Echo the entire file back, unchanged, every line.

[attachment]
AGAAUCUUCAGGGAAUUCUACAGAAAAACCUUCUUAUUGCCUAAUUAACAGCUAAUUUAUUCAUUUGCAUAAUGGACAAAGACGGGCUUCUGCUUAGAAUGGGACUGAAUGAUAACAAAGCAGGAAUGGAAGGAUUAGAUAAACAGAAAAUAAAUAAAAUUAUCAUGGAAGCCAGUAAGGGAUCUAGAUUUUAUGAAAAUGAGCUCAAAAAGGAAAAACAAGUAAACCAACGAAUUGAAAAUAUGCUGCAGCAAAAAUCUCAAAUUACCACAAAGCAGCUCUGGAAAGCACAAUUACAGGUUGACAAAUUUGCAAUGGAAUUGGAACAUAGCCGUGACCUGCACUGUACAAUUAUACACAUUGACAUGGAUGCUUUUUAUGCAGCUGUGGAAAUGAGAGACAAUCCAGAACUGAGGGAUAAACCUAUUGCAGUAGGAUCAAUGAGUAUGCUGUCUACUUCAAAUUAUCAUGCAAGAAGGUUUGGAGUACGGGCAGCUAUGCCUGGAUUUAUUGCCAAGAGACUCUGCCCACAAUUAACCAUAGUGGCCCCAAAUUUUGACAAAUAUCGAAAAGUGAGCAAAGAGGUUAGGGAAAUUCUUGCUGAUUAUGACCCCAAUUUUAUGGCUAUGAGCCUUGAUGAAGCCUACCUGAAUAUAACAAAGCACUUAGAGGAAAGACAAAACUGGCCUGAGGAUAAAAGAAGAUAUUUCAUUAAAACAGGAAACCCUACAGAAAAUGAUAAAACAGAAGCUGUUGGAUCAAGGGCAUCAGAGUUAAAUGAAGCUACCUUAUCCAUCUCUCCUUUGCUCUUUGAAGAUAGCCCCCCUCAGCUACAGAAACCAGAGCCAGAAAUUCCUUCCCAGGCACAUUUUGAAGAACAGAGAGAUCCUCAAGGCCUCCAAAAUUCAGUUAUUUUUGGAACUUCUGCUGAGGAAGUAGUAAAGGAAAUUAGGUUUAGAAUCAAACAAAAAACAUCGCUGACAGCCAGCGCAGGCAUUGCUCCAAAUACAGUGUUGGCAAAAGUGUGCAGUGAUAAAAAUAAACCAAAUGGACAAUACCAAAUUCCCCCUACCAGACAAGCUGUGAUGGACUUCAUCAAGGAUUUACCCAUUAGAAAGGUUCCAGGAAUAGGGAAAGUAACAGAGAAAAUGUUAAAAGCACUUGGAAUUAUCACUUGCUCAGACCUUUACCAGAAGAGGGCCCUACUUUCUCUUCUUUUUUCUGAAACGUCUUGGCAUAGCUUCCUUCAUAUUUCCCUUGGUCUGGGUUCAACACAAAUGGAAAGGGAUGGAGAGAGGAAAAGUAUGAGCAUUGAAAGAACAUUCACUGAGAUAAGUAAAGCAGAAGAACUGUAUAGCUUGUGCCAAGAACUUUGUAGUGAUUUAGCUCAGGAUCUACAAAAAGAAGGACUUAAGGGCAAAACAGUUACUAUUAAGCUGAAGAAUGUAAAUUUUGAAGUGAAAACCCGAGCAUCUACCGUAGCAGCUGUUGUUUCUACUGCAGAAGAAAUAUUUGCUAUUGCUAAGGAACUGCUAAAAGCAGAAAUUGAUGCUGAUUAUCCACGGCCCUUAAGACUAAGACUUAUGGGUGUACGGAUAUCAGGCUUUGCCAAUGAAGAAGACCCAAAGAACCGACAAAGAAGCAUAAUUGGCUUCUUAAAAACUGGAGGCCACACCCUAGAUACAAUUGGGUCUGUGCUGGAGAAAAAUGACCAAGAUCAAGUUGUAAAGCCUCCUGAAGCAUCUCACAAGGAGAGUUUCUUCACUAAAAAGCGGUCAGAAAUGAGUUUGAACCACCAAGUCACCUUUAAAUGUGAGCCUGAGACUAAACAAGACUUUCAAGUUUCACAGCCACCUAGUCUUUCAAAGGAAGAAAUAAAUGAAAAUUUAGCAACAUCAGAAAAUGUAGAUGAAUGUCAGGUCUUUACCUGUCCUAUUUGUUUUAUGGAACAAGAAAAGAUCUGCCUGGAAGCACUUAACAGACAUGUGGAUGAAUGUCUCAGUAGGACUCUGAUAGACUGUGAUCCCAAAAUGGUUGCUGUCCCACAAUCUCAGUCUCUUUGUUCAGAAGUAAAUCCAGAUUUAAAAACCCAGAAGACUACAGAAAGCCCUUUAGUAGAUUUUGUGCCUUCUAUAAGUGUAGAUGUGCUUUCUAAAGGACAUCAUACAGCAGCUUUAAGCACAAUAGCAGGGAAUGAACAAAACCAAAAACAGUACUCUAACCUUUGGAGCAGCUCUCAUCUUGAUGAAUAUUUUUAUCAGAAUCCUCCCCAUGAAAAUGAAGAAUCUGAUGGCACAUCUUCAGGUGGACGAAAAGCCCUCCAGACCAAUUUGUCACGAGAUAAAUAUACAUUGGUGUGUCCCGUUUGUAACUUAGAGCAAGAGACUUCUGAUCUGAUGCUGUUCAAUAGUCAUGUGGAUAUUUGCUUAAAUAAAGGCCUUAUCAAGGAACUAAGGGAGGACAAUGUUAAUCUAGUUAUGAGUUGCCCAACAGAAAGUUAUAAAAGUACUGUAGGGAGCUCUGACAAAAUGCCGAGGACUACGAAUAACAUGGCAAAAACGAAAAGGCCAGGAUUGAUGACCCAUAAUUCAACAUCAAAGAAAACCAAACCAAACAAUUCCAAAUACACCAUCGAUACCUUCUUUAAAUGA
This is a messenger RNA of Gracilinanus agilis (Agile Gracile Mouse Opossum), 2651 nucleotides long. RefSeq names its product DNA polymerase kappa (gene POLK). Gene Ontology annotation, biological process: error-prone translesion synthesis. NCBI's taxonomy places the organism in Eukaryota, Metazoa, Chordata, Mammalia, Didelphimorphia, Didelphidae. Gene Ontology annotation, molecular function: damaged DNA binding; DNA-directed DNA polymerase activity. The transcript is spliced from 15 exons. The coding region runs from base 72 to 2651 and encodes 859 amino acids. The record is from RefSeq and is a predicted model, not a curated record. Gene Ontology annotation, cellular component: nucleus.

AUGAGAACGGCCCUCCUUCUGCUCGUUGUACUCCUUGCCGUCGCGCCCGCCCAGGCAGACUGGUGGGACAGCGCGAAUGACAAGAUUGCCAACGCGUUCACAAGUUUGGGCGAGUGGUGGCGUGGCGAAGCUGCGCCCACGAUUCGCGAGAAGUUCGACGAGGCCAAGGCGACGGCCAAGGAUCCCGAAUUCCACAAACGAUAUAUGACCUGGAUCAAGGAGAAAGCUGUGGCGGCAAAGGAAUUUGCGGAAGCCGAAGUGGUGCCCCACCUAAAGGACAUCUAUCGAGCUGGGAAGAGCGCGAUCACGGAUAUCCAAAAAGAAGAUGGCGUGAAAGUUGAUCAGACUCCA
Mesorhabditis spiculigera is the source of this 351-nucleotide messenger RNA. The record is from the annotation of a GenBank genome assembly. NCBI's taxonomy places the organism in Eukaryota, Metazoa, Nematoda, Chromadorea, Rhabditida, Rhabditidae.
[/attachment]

AGAAUCUUCAGGGAAUUCUACAGAAAAACCUUCUUAUUGCCUAAUUAACAGCUAAUUUAUUCAUUUGCAUAAUGGACAAAGACGGGCUUCUGCUUAGAAUGGGACUGAAUGAUAACAAAGCAGGAAUGGAAGGAUUAGAUAAACAGAAAAUAAAUAAAAUUAUCAUGGAAGCCAGUAAGGGAUCUAGAUUUUAUGAAAAUGAGCUCAAAAAGGAAAAACAAGUAAACCAACGAAUUGAAAAUAUGCUGCAGCAAAAAUCUCAAAUUACCACAAAGCAGCUCUGGAAAGCACAAUUACAGGUUGACAAAUUUGCAAUGGAAUUGGAACAUAGCCGUGACCUGCACUGUACAAUUAUACACAUUGACAUGGAUGCUUUUUAUGCAGCUGUGGAAAUGAGAGACAAUCCAGAACUGAGGGAUAAACCUAUUGCAGUAGGAUCAAUGAGUAUGCUGUCUACUUCAAAUUAUCAUGCAAGAAGGUUUGGAGUACGGGCAGCUAUGCCUGGAUUUAUUGCCAAGAGACUCUGCCCACAAUUAACCAUAGUGGCCCCAAAUUUUGACAAAUAUCGAAAAGUGAGCAAAGAGGUUAGGGAAAUUCUUGCUGAUUAUGACCCCAAUUUUAUGGCUAUGAGCCUUGAUGAAGCCUACCUGAAUAUAACAAAGCACUUAGAGGAAAGACAAAACUGGCCUGAGGAUAAAAGAAGAUAUUUCAUUAAAACAGGAAACCCUACAGAAAAUGAUAAAACAGAAGCUGUUGGAUCAAGGGCAUCAGAGUUAAAUGAAGCUACCUUAUCCAUCUCUCCUUUGCUCUUUGAAGAUAGCCCCCCUCAGCUACAGAAACCAGAGCCAGAAAUUCCUUCCCAGGCACAUUUUGAAGAACAGAGAGAUCCUCAAGGCCUCCAAAAUUCAGUUAUUUUUGGAACUUCUGCUGAGGAAGUAGUAAAGGAAAUUAGGUUUAGAAUCAAACAAAAAACAUCGCUGACAGCCAGCGCAGGCAUUGCUCCAAAUACAGUGUUGGCAAAAGUGUGCAGUGAUAAAAAUAAACCAAAUGGACAAUACCAAAUUCCCCCUACCAGACAAGCUGUGAUGGACUUCAUCAAGGAUUUACCCAUUAGAAAGGUUCCAGGAAUAGGGAAAGUAACAGAGAAAAUGUUAAAAGCACUUGGAAUUAUCACUUGCUCAGACCUUUACCAGAAGAGGGCCCUACUUUCUCUUCUUUUUUCUGAAACGUCUUGGCAUAGCUUCCUUCAUAUUUCCCUUGGUCUGGGUUCAACACAAAUGGAAAGGGAUGGAGAGAGGAAAAGUAUGAGCAUUGAAAGAACAUUCACUGAGAUAAGUAAAGCAGAAGAACUGUAUAGCUUGUGCCAAGAACUUUGUAGUGAUUUAGCUCAGGAUCUACAAAAAGAAGGACUUAAGGGCAAAACAGUUACUAUUAAGCUGAAGAAUGUAAAUUUUGAAGUGAAAACCCGAGCAUCUACCGUAGCAGCUGUUGUUUCUACUGCAGAAGAAAUAUUUGCUAUUGCUAAGGAACUGCUAAAAGCAGAAAUUGAUGCUGAUUAUCCACGGCCCUUAAGACUAAGACUUAUGGGUGUACGGAUAUCAGGCUUUGCCAAUGAAGAAGACCCAAAGAACCGACAAAGAAGCAUAAUUGGCUUCUUAAAAACUGGAGGCCACACCCUAGAUACAAUUGGGUCUGUGCUGGAGAAAAAUGACCAAGAUCAAGUUGUAAAGCCUCCUGAAGCAUCUCACAAGGAGAGUUUCUUCACUAAAAAGCGGUCAGAAAUGAGUUUGAACCACCAAGUCACCUUUAAAUGUGAGCCUGAGACUAAACAAGACUUUCAAGUUUCACAGCCACCUAGUCUUUCAAAGGAAGAAAUAAAUGAAAAUUUAGCAACAUCAGAAAAUGUAGAUGAAUGUCAGGUCUUUACCUGUCCUAUUUGUUUUAUGGAACAAGAAAAGAUCUGCCUGGAAGCACUUAACAGACAUGUGGAUGAAUGUCUCAGUAGGACUCUGAUAGACUGUGAUCCCAAAAUGGUUGCUGUCCCACAAUCUCAGUCUCUUUGUUCAGAAGUAAAUCCAGAUUUAAAAACCCAGAAGACUACAGAAAGCCCUUUAGUAGAUUUUGUGCCUUCUAUAAGUGUAGAUGUGCUUUCUAAAGGACAUCAUACAGCAGCUUUAAGCACAAUAGCAGGGAAUGAACAAAACCAAAAACAGUACUCUAACCUUUGGAGCAGCUCUCAUCUUGAUGAAUAUUUUUAUCAGAAUCCUCCCCAUGAAAAUGAAGAAUCUGAUGGCACAUCUUCAGGUGGACGAAAAGCCCUCCAGACCAAUUUGUCACGAGAUAAAUAUACAUUGGUGUGUCCCGUUUGUAACUUAGAGCAAGAGACUUCUGAUCUGAUGCUGUUCAAUAGUCAUGUGGAUAUUUGCUUAAAUAAAGGCCUUAUCAAGGAACUAAGGGAGGACAAUGUUAAUCUAGUUAUGAGUUGCCCAACAGAAAGUUAUAAAAGUACUGUAGGGAGCUCUGACAAAAUGCCGAGGACUACGAAUAACAUGGCAAAAACGAAAAGGCCAGGAUUGAUGACCCAUAAUUCAACAUCAAAGAAAACCAAACCAAACAAUUCCAAAUACACCAUCGAUACCUUCUUUAAAUGA
This is a messenger RNA of Gracilinanus agilis (Agile Gracile Mouse Opossum), 2651 nucleotides long. RefSeq names its product DNA polymerase kappa (gene POLK). Gene Ontology annotation, biological process: error-prone translesion synthesis. NCBI's taxonomy places the organism in Eukaryota, Metazoa, Chordata, Mammalia, Didelphimorphia, Didelphidae. Gene Ontology annotation, molecular function: damaged DNA binding; DNA-directed DNA polymerase activity. The transcript is spliced from 15 exons. The coding region runs from base 72 to 2651 and encodes 859 amino acids. The record is from RefSeq and is a predicted model, not a curated record. Gene Ontology annotation, cellular component: nucleus.

AUGAGAACGGCCCUCCUUCUGCUCGUUGUACUCCUUGCCGUCGCGCCCGCCCAGGCAGACUGGUGGGACAGCGCGAAUGACAAGAUUGCCAACGCGUUCACAAGUUUGGGCGAGUGGUGGCGUGGCGAAGCUGCGCCCACGAUUCGCGAGAAGUUCGACGAGGCCAAGGCGACGGCCAAGGAUCCCGAAUUCCACAAACGAUAUAUGACCUGGAUCAAGGAGAAAGCUGUGGCGGCAAAGGAAUUUGCGGAAGCCGAAGUGGUGCCCCACCUAAAGGACAUCUAUCGAGCUGGGAAGAGCGCGAUCACGGAUAUCCAAAAAGAAGAUGGCGUGAAAGUUGAUCAGACUCCA
Mesorhabditis spiculigera is the source of this 351-nucleotide messenger RNA. The record is from the annotation of a GenBank genome assembly. NCBI's taxonomy places the organism in Eukaryota, Metazoa, Nematoda, Chromadorea, Rhabditida, Rhabditidae.